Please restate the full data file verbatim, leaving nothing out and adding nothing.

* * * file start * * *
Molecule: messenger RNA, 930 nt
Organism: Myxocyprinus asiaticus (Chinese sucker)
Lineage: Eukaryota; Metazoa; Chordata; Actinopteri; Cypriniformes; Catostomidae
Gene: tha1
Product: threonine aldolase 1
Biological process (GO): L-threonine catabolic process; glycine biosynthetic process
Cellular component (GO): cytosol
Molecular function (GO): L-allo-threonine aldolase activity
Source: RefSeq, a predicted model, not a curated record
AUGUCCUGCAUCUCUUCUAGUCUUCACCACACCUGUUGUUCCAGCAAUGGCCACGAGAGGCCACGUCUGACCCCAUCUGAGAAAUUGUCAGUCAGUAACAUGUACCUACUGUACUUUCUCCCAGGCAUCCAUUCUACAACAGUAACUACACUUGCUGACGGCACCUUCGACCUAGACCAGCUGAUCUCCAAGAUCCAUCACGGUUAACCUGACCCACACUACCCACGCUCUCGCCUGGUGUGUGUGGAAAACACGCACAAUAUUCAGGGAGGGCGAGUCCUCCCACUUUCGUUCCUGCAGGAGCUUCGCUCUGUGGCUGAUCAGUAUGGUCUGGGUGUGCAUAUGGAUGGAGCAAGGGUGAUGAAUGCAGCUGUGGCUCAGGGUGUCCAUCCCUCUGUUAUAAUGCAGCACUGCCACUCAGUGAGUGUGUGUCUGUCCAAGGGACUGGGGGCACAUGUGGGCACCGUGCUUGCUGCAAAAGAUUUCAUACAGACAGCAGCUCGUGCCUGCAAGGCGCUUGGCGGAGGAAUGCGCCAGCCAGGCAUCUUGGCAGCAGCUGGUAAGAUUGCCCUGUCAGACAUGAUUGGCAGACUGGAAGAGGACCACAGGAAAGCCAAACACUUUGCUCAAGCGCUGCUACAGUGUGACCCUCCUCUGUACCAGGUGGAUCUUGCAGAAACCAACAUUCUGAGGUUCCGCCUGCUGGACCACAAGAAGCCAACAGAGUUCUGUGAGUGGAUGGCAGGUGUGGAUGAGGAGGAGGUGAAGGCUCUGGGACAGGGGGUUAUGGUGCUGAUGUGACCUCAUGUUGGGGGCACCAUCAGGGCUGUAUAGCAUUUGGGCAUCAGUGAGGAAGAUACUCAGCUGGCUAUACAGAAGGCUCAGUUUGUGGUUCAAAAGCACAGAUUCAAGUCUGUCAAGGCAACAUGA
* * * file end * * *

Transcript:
Molecule: messenger RNA, 930 nt
Organism: Myxocyprinus asiaticus (Chinese sucker)
Lineage: Eukaryota; Metazoa; Chordata; Actinopteri; Cypriniformes; Catostomidae
Gene: tha1
Product: threonine aldolase 1
Biological process (GO): L-threonine catabolic process; glycine biosynthetic process
Cellular component (GO): cytosol
Molecular function (GO): L-allo-threonine aldolase activity
Source: RefSeq, a predicted model, not a curated record
AUGUCCUGCAUCUCUUCUAGUCUUCACCACACCUGUUGUUCCAGCAAUGGCCACGAGAGGCCACGUCUGACCCCAUCUGAGAAAUUGUCAGUCAGUAACAUGUACCUACUGUACUUUCUCCCAGGCAUCCAUUCUACAACAGUAACUACACUUGCUGACGGCACCUUCGACCUAGACCAGCUGAUCUCCAAGAUCCAUCACGGUUAACCUGACCCACACUACCCACGCUCUCGCCUGGUGUGUGUGGAAAACACGCACAAUAUUCAGGGAGGGCGAGUCCUCCCACUUUCGUUCCUGCAGGAGCUUCGCUCUGUGGCUGAUCAGUAUGGUCUGGGUGUGCAUAUGGAUGGAGCAAGGGUGAUGAAUGCAGCUGUGGCUCAGGGUGUCCAUCCCUCUGUUAUAAUGCAGCACUGCCACUCAGUGAGUGUGUGUCUGUCCAAGGGACUGGGGGCACAUGUGGGCACCGUGCUUGCUGCAAAAGAUUUCAUACAGACAGCAGCUCGUGCCUGCAAGGCGCUUGGCGGAGGAAUGCGCCAGCCAGGCAUCUUGGCAGCAGCUGGUAAGAUUGCCCUGUCAGACAUGAUUGGCAGACUGGAAGAGGACCACAGGAAAGCCAAACACUUUGCUCAAGCGCUGCUACAGUGUGACCCUCCUCUGUACCAGGUGGAUCUUGCAGAAACCAACAUUCUGAGGUUCCGCCUGCUGGACCACAAGAAGCCAACAGAGUUCUGUGAGUGGAUGGCAGGUGUGGAUGAGGAGGAGGUGAAGGCUCUGGGACAGGGGGUUAUGGUGCUGAUGUGACCUCAUGUUGGGGGCACCAUCAGGGCUGUAUAGCAUUUGGGCAUCAGUGAGGAAGAUACUCAGCUGGCUAUACAGAAGGCUCAGUUUGUGGUUCAAAAGCACAGAUUCAAGUCUGUCAAGGCAACAUGA